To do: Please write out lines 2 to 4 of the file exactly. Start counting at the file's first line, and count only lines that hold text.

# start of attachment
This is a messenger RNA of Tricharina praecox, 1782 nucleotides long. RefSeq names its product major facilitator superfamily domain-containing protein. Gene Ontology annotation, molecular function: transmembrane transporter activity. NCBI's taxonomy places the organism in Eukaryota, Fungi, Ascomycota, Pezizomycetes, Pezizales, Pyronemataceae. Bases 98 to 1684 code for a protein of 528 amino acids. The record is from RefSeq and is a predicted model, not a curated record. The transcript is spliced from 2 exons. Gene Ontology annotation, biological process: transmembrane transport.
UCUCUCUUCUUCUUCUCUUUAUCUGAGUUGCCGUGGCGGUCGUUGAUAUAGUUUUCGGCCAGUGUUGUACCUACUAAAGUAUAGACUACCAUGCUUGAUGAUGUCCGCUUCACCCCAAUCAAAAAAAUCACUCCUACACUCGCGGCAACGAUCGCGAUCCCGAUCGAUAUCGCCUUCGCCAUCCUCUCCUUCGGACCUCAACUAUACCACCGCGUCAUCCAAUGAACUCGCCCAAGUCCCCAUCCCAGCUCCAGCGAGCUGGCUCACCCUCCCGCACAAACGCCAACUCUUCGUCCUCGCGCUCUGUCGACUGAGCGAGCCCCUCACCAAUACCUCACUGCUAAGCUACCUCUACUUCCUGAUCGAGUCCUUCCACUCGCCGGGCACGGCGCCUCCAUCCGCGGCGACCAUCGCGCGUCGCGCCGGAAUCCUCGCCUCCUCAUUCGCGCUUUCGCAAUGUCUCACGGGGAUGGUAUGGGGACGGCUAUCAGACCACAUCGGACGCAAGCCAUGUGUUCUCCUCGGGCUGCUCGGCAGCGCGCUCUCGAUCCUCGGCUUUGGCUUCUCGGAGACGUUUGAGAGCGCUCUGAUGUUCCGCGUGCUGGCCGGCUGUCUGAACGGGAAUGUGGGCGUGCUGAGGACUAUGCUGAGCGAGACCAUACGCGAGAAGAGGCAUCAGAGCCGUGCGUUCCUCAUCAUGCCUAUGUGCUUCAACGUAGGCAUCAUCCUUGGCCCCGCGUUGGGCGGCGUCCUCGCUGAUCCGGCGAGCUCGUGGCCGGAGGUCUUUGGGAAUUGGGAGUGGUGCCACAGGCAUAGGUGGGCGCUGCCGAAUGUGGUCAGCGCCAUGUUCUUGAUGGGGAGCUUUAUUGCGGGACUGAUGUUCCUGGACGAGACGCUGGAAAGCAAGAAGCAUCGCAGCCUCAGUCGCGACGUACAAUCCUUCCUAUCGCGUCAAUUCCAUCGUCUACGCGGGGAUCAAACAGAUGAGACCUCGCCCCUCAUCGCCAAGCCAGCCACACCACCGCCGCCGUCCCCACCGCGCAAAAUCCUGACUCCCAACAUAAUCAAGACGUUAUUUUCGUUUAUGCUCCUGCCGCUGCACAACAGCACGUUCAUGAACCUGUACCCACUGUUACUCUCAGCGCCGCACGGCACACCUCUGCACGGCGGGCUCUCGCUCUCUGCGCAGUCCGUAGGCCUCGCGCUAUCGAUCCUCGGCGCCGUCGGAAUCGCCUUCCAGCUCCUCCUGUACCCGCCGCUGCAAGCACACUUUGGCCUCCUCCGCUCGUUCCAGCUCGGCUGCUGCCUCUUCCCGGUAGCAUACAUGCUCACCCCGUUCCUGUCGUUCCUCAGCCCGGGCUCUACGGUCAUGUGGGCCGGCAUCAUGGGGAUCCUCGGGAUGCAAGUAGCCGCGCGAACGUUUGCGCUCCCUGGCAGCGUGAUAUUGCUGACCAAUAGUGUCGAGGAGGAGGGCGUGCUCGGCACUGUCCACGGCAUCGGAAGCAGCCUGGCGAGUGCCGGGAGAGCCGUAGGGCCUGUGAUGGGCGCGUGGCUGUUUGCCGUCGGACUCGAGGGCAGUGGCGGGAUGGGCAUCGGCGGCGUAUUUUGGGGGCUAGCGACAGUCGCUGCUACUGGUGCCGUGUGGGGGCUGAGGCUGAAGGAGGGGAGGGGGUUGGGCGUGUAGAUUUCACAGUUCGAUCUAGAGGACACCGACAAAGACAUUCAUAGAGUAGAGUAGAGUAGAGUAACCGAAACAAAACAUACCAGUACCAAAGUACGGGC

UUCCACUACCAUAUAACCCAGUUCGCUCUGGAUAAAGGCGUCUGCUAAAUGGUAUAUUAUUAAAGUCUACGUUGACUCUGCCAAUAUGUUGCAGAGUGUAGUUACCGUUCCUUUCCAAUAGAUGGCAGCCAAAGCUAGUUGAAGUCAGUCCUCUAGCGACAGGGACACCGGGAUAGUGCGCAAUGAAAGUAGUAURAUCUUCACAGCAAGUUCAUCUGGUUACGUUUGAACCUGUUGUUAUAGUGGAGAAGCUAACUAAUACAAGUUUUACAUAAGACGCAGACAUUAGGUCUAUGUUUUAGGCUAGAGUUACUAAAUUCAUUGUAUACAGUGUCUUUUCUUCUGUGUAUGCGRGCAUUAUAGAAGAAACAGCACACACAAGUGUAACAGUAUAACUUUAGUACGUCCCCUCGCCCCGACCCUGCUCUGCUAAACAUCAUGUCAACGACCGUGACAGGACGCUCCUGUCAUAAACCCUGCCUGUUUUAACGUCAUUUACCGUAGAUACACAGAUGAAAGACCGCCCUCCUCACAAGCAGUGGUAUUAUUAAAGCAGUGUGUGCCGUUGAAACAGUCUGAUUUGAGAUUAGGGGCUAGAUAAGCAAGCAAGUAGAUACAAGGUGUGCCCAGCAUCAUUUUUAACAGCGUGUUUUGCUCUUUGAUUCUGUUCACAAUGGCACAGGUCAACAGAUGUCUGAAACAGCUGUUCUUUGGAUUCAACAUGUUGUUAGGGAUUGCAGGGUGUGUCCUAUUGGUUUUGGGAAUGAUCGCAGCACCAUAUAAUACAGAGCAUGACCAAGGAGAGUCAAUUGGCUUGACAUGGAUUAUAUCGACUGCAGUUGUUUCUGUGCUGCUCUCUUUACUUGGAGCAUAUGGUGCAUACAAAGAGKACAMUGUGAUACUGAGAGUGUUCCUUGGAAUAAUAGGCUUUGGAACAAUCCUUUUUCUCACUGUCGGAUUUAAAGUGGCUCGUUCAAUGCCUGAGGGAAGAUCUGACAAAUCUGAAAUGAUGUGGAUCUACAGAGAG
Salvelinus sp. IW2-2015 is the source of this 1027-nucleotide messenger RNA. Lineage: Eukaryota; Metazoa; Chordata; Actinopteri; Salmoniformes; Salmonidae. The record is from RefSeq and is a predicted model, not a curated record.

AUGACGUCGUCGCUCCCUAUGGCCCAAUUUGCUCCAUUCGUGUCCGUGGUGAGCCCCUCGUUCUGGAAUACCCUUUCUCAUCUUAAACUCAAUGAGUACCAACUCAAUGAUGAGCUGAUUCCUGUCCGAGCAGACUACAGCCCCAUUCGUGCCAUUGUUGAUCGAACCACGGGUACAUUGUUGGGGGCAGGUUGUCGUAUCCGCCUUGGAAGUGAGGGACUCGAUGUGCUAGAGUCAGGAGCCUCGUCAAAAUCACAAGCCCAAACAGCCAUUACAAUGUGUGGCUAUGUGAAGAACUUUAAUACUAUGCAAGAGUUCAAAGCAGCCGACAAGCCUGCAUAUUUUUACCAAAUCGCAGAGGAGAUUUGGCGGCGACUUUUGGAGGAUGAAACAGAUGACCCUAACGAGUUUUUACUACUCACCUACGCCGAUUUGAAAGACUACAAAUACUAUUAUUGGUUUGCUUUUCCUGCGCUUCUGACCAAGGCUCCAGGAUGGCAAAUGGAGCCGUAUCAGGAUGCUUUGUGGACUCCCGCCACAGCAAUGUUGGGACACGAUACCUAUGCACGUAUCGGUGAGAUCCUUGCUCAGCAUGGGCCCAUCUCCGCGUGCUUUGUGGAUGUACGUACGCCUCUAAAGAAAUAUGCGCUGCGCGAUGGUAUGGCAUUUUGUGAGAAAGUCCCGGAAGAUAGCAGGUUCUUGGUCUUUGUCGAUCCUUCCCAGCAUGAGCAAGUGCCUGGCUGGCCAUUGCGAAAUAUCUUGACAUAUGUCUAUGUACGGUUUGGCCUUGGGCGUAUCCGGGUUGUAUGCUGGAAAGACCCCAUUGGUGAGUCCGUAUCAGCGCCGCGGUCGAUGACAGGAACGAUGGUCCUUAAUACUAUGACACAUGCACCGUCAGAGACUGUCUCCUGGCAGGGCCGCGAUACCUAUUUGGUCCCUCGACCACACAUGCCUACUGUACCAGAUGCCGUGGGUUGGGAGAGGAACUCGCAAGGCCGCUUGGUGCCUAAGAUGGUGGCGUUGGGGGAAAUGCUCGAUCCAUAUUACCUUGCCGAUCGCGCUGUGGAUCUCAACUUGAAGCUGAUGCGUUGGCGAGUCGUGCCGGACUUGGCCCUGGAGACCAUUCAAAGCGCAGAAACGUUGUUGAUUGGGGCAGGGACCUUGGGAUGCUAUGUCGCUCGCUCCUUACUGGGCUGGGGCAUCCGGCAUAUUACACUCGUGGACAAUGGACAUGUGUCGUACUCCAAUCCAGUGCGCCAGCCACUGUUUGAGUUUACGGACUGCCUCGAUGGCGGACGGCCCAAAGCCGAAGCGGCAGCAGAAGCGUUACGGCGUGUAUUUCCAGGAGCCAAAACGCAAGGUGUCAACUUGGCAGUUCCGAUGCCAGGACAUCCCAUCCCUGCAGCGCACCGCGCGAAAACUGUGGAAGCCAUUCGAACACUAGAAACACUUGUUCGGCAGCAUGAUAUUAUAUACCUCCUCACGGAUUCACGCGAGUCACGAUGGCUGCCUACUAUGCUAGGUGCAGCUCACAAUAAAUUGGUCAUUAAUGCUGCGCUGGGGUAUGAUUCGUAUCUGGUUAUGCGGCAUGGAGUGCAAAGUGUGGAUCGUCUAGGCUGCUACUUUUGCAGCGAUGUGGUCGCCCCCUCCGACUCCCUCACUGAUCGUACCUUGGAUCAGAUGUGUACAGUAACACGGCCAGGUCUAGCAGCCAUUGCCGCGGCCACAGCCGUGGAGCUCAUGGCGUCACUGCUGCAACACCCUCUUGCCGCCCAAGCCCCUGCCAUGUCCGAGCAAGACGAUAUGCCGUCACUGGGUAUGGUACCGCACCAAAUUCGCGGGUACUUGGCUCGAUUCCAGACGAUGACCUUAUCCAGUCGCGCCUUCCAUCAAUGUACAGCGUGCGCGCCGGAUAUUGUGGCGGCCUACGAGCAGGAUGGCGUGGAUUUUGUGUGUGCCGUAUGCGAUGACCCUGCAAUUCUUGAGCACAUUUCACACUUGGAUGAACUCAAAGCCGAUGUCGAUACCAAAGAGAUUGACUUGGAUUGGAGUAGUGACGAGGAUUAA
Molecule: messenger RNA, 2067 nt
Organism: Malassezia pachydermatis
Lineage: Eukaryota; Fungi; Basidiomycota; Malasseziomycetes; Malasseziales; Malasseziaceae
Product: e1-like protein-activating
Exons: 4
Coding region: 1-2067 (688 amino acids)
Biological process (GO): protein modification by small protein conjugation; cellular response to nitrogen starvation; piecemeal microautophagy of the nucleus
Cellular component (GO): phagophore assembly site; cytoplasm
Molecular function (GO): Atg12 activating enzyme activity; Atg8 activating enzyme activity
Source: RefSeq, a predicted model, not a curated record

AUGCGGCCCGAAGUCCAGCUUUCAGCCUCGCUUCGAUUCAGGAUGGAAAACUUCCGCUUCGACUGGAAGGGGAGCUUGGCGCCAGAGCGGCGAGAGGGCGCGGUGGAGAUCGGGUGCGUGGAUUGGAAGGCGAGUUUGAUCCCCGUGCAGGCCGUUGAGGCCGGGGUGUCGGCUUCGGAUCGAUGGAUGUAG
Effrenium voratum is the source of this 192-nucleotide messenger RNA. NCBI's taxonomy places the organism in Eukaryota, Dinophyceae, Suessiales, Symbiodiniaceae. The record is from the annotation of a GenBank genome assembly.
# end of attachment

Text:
UCUCUCUUCUUCUUCUCUUUAUCUGAGUUGCCGUGGCGGUCGUUGAUAUAGUUUUCGGCCAGUGUUGUACCUACUAAAGUAUAGACUACCAUGCUUGAUGAUGUCCGCUUCACCCCAAUCAAAAAAAUCACUCCUACACUCGCGGCAACGAUCGCGAUCCCGAUCGAUAUCGCCUUCGCCAUCCUCUCCUUCGGACCUCAACUAUACCACCGCGUCAUCCAAUGAACUCGCCCAAGUCCCCAUCCCAGCUCCAGCGAGCUGGCUCACCCUCCCGCACAAACGCCAACUCUUCGUCCUCGCGCUCUGUCGACUGAGCGAGCCCCUCACCAAUACCUCACUGCUAAGCUACCUCUACUUCCUGAUCGAGUCCUUCCACUCGCCGGGCACGGCGCCUCCAUCCGCGGCGACCAUCGCGCGUCGCGCCGGAAUCCUCGCCUCCUCAUUCGCGCUUUCGCAAUGUCUCACGGGGAUGGUAUGGGGACGGCUAUCAGACCACAUCGGACGCAAGCCAUGUGUUCUCCUCGGGCUGCUCGGCAGCGCGCUCUCGAUCCUCGGCUUUGGCUUCUCGGAGACGUUUGAGAGCGCUCUGAUGUUCCGCGUGCUGGCCGGCUGUCUGAACGGGAAUGUGGGCGUGCUGAGGACUAUGCUGAGCGAGACCAUACGCGAGAAGAGGCAUCAGAGCCGUGCGUUCCUCAUCAUGCCUAUGUGCUUCAACGUAGGCAUCAUCCUUGGCCCCGCGUUGGGCGGCGUCCUCGCUGAUCCGGCGAGCUCGUGGCCGGAGGUCUUUGGGAAUUGGGAGUGGUGCCACAGGCAUAGGUGGGCGCUGCCGAAUGUGGUCAGCGCCAUGUUCUUGAUGGGGAGCUUUAUUGCGGGACUGAUGUUCCUGGACGAGACGCUGGAAAGCAAGAAGCAUCGCAGCCUCAGUCGCGACGUACAAUCCUUCCUAUCGCGUCAAUUCCAUCGUCUACGCGGGGAUCAAACAGAUGAGACCUCGCCCCUCAUCGCCAAGCCAGCCACACCACCGCCGCCGUCCCCACCGCGCAAAAUCCUGACUCCCAACAUAAUCAAGACGUUAUUUUCGUUUAUGCUCCUGCCGCUGCACAACAGCACGUUCAUGAACCUGUACCCACUGUUACUCUCAGCGCCGCACGGCACACCUCUGCACGGCGGGCUCUCGCUCUCUGCGCAGUCCGUAGGCCUCGCGCUAUCGAUCCUCGGCGCCGUCGGAAUCGCCUUCCAGCUCCUCCUGUACCCGCCGCUGCAAGCACACUUUGGCCUCCUCCGCUCGUUCCAGCUCGGCUGCUGCCUCUUCCCGGUAGCAUACAUGCUCACCCCGUUCCUGUCGUUCCUCAGCCCGGGCUCUACGGUCAUGUGGGCCGGCAUCAUGGGGAUCCUCGGGAUGCAAGUAGCCGCGCGAACGUUUGCGCUCCCUGGCAGCGUGAUAUUGCUGACCAAUAGUGUCGAGGAGGAGGGCGUGCUCGGCACUGUCCACGGCAUCGGAAGCAGCCUGGCGAGUGCCGGGAGAGCCGUAGGGCCUGUGAUGGGCGCGUGGCUGUUUGCCGUCGGACUCGAGGGCAGUGGCGGGAUGGGCAUCGGCGGCGUAUUUUGGGGGCUAGCGACAGUCGCUGCUACUGGUGCCGUGUGGGGGCUGAGGCUGAAGGAGGGGAGGGGGUUGGGCGUGUAGAUUUCACAGUUCGAUCUAGAGGACACCGACAAAGACAUUCAUAGAGUAGAGUAGAGUAGAGUAACCGAAACAAAACAUACCAGUACCAAAGUACGGGC

UUCCACUACCAUAUAACCCAGUUCGCUCUGGAUAAAGGCGUCUGCUAAAUGGUAUAUUAUUAAAGUCUACGUUGACUCUGCCAAUAUGUUGCAGAGUGUAGUUACCGUUCCUUUCCAAUAGAUGGCAGCCAAAGCUAGUUGAAGUCAGUCCUCUAGCGACAGGGACACCGGGAUAGUGCGCAAUGAAAGUAGUAURAUCUUCACAGCAAGUUCAUCUGGUUACGUUUGAACCUGUUGUUAUAGUGGAGAAGCUAACUAAUACAAGUUUUACAUAAGACGCAGACAUUAGGUCUAUGUUUUAGGCUAGAGUUACUAAAUUCAUUGUAUACAGUGUCUUUUCUUCUGUGUAUGCGRGCAUUAUAGAAGAAACAGCACACACAAGUGUAACAGUAUAACUUUAGUACGUCCCCUCGCCCCGACCCUGCUCUGCUAAACAUCAUGUCAACGACCGUGACAGGACGCUCCUGUCAUAAACCCUGCCUGUUUUAACGUCAUUUACCGUAGAUACACAGAUGAAAGACCGCCCUCCUCACAAGCAGUGGUAUUAUUAAAGCAGUGUGUGCCGUUGAAACAGUCUGAUUUGAGAUUAGGGGCUAGAUAAGCAAGCAAGUAGAUACAAGGUGUGCCCAGCAUCAUUUUUAACAGCGUGUUUUGCUCUUUGAUUCUGUUCACAAUGGCACAGGUCAACAGAUGUCUGAAACAGCUGUUCUUUGGAUUCAACAUGUUGUUAGGGAUUGCAGGGUGUGUCCUAUUGGUUUUGGGAAUGAUCGCAGCACCAUAUAAUACAGAGCAUGACCAAGGAGAGUCAAUUGGCUUGACAUGGAUUAUAUCGACUGCAGUUGUUUCUGUGCUGCUCUCUUUACUUGGAGCAUAUGGUGCAUACAAAGAGKACAMUGUGAUACUGAGAGUGUUCCUUGGAAUAAUAGGCUUUGGAACAAUCCUUUUUCUCACUGUCGGAUUUAAAGUGGCUCGUUCAAUGCCUGAGGGAAGAUCUGACAAAUCUGAAAUGAUGUGGAUCUACAGAGAG
Salvelinus sp. IW2-2015 is the source of this 1027-nucleotide messenger RNA. Lineage: Eukaryota; Metazoa; Chordata; Actinopteri; Salmoniformes; Salmonidae. The record is from RefSeq and is a predicted model, not a curated record.